Sometimes we don’t realize that we have a spending habit – we fail to see those small everyday purchases. The Redbull at the gas station, the chapstick at the checkout line, the item from the One Spot in Target – all those little extras that start to add up and wreak havoc on our budgets.
So, how do we cure those spending habits? How do we develop strong spending habits instead of weak ones?
Write it Out
By now, you know that you need to and should have a written budget but let’s be real for a moment, many of us may write down our budgets but how many of us actually stick to them? Usually, we wreck our budgets as a result of those little purchases that slip through our fingers like sand. And although a written budget is the first step in identifying those small purchases, there is nothing like tracking your expenses to make you realize what it is you spend.
This will be hard, in fact, you’re probably going to hate it but that’s why this works. For the next month, hand write out every. single. purchase. Carry a small notebook, pen with you, and as soon as you get into your car or sit down at your desk at work, write out the purchases you just made. You need to do this within an hour of making the purchase and you need to avoid the temptation to just shove your receipt into the notebook – a receipt does you no good if you don’t actually use it to track your spending. That’s why I’m making you hand write out your expenses.
I encourage you to be specific when tracking. Example of what your spending log should look like is this:
April 26, 2015
QT – Total: $14.95 – RedBull – $4.75, Cigarettes – $5.95, 2 Packs of Gum – $4.25(can you tell I stole this example from one of my hubs’ gas trips? 😉 )
Chick-fil-a – Total: $9.97 – #1 with water, Kid’s nugget meal
Target – Total: $23.67 – Dog food – $9.99, dog treats – $5.99, and new leash – $7.69
Get the idea? The more detailed the better because in the next step, you’re going to analyze just where you spend your money – where the leaks are in your spending and budget.
If you read my book Real Life on a Budget, you know that a money minute is crucial to keeping your finances in check and a money minute will serve you well during your month of curing your spending habits.
At the end of every day, you need to manually tally up what you spent for the day. Once you have your total, look at your budget and determine if you spent any money that was actually budgeted for. Were those extras at QT something that was in the budget or where they just impulse buys? Did you plan to stop at Chick-fil-a on the way home or were the kids driving you crazy so you caved? (Happens to me more than I’d like to admit!)
By forcing yourself to track what you have purchased every day, you will start to see where your spending habits and your budget don’t align.
To Budget or Not to Budget?
After your month long tracking fest, it’s time to determine if these expenses should be included in your budget. I know, you’re screaming right now, “But I don’t have the money to add this to my budget!” And that’s probably very true, in fact I’m willing to bet it’s the reason why your budget hasn’t been working – you haven’t been paying attention to your spending habits and they are causing you spend money you don’t have.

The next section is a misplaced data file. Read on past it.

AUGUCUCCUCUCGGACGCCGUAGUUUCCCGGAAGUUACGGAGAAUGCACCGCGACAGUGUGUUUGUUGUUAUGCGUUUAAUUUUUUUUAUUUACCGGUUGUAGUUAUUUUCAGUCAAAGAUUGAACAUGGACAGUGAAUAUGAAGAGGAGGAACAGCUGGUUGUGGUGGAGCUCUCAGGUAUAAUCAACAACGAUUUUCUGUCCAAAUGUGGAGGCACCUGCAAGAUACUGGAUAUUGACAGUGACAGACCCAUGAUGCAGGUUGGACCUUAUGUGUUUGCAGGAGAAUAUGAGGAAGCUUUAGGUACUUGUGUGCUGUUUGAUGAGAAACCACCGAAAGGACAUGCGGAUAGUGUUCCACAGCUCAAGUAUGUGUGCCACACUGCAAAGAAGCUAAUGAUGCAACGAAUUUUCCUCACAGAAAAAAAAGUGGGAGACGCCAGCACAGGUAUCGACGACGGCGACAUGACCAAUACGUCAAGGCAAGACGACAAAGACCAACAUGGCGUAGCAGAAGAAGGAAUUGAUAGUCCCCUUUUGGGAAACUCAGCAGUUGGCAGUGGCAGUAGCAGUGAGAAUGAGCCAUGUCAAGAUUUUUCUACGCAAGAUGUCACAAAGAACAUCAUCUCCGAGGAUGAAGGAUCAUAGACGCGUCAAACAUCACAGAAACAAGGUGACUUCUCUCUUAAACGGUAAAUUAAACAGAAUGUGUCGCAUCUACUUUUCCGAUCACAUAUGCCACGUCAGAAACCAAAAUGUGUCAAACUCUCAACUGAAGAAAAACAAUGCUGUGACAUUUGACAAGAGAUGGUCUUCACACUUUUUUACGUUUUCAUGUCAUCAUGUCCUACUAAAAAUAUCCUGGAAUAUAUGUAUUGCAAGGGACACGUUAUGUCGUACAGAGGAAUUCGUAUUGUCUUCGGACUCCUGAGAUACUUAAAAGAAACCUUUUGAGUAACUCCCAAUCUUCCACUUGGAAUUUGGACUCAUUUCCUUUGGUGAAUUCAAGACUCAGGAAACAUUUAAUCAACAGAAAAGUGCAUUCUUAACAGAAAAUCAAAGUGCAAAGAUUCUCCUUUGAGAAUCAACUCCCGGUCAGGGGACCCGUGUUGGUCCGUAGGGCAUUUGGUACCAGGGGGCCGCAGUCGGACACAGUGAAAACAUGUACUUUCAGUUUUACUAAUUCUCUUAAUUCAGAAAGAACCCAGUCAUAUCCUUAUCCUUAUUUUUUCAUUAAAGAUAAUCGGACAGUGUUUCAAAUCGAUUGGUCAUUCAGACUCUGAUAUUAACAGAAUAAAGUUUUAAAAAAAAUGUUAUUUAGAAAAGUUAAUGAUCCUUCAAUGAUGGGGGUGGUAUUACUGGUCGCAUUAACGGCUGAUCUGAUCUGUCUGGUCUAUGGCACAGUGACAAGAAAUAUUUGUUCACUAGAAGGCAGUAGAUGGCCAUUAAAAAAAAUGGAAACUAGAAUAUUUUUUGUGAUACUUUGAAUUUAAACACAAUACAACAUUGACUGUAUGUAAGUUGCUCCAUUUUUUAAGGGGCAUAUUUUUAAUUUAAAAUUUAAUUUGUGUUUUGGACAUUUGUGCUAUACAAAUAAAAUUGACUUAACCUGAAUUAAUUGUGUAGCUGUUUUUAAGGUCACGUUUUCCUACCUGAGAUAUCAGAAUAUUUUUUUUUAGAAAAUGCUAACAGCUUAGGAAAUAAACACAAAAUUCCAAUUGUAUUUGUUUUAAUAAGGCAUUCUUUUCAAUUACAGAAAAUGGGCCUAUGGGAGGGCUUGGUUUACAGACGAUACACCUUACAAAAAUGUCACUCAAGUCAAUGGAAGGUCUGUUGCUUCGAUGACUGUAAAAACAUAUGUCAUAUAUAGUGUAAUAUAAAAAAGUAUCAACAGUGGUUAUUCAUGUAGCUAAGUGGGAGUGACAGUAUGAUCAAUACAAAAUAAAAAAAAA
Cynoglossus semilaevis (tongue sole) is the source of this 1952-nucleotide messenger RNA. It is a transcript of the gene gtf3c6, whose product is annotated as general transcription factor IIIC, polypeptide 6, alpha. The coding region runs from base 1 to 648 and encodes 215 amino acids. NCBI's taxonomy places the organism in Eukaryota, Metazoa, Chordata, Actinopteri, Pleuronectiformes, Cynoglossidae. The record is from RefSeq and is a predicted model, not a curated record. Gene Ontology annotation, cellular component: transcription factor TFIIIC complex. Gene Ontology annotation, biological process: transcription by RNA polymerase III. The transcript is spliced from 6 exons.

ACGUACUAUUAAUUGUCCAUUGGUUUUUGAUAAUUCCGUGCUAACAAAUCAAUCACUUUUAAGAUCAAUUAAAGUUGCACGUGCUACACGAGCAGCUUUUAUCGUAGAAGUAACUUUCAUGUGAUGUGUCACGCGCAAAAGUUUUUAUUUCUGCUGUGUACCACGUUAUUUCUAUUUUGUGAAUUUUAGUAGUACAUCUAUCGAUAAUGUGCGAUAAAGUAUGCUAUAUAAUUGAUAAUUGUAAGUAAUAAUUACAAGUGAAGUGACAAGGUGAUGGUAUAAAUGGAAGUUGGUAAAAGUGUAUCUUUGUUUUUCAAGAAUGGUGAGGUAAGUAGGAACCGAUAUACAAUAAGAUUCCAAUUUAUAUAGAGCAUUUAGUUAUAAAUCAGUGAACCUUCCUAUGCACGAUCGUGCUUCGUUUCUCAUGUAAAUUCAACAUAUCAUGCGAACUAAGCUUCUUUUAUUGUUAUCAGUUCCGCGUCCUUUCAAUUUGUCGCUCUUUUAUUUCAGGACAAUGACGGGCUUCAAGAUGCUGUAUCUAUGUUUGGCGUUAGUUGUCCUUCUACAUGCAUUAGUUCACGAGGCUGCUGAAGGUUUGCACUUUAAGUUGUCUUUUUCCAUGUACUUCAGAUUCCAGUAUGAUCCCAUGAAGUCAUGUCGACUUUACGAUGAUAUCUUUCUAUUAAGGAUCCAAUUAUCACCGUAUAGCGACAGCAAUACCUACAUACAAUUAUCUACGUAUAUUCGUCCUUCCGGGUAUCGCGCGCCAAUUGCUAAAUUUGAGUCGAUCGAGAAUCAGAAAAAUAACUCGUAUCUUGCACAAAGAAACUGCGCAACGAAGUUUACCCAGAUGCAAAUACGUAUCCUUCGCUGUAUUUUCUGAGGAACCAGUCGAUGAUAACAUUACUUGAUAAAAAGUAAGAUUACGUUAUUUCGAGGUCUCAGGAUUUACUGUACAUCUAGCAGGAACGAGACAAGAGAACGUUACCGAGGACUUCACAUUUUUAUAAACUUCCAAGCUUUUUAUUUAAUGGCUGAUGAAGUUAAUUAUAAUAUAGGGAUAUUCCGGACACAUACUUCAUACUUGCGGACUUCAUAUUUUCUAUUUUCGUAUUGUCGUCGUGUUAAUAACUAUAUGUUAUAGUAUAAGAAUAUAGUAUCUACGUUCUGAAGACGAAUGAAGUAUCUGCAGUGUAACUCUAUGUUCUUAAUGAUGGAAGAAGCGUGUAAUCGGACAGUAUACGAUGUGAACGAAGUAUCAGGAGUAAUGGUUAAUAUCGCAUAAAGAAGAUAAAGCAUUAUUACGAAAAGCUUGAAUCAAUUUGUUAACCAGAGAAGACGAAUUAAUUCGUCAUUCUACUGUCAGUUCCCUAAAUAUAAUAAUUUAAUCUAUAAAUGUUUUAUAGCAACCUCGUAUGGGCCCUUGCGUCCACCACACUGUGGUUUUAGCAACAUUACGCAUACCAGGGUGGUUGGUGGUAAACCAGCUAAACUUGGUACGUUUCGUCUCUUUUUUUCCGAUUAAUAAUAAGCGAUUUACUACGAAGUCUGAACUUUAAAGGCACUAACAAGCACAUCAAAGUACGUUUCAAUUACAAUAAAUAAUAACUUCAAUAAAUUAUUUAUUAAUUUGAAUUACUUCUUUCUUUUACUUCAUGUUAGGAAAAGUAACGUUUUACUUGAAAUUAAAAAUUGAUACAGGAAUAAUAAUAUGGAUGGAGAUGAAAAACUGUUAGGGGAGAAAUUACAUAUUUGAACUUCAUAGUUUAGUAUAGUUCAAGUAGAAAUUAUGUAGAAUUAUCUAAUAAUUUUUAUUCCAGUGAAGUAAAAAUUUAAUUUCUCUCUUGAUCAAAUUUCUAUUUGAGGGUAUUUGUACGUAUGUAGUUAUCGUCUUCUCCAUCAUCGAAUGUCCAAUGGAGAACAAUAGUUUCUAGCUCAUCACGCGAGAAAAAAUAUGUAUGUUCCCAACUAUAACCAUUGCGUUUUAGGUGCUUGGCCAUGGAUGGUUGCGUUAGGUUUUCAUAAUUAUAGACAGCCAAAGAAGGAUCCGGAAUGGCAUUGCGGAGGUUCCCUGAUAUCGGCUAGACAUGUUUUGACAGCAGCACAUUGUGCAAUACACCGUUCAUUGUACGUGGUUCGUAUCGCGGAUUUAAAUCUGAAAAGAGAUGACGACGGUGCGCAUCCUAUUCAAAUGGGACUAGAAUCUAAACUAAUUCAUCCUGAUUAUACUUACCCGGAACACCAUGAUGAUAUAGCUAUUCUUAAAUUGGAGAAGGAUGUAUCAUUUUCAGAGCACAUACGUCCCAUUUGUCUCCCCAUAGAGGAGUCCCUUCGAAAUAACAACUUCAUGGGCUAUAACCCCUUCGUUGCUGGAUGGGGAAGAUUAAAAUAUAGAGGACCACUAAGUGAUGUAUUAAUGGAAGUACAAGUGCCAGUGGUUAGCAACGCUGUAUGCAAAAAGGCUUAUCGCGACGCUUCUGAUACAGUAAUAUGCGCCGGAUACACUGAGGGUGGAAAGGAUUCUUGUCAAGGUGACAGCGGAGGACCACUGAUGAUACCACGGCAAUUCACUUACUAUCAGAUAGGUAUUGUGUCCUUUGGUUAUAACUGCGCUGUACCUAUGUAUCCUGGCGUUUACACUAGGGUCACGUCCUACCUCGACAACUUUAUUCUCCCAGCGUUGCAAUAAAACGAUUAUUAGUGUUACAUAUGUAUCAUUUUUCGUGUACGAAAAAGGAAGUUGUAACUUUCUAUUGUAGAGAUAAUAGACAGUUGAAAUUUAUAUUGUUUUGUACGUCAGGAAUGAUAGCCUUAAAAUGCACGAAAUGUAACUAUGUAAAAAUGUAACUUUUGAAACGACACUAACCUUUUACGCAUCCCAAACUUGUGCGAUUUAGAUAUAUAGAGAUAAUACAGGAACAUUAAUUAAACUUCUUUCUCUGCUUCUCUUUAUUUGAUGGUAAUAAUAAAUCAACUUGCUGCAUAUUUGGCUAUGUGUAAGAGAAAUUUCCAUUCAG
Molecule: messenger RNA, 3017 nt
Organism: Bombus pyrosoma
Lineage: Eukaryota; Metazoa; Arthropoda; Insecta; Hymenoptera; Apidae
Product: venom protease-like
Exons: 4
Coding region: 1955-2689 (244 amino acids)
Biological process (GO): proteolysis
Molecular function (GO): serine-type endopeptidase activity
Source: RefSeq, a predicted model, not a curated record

So now, you have to ask yourself if these expenses should be in your budget. If you’re consistently spending on those extras – buying a RedBull almost every day, or purchasing fast food every week (even if it is just one day a week), these are expenses that you need to be including in your budget. Of course, you can always try to go without these expenses but you need to be realistic and ask yourself if you can do without them.
What I mean is, can you really go every day without a RedBull or is it something that you will find yourself still buying after you’ve cut yourself off? If it’s something that you’ll still purchase regardless, it needs to be in the budget.
How Can You Save?
Using the RedBull example from above, if it’s something that you determine should be in the budget, it’s time to determine if you can save money. For example, would purchasing a pack of RedBulls at the grocery store during your weekly grocery shopping trip help keep you from purchasing one every morning at the corner store? If so, include this expense in your grocery budget.
Do this analysis for all the expenses that you determine should be in your budget. You may find that you can actually save your budget by recognizing that you value those little expenses and including them in your budget.
Throughout this exercise, you should not only be able to determine where the holes in your budget are, but also if what you already have budgeted should be in your budget. Do you really need to have $100 a month budgeted for clothes or can you make do with less? These are all critical questions to ask yourself to keep your budget and yourself in check with your spending.
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Money controlling you? I know the feeling. My family has been living this real life on a budget for a long time and I can tell you that there's never a perfect season, but with a few changes you can start to reign in your money issues.
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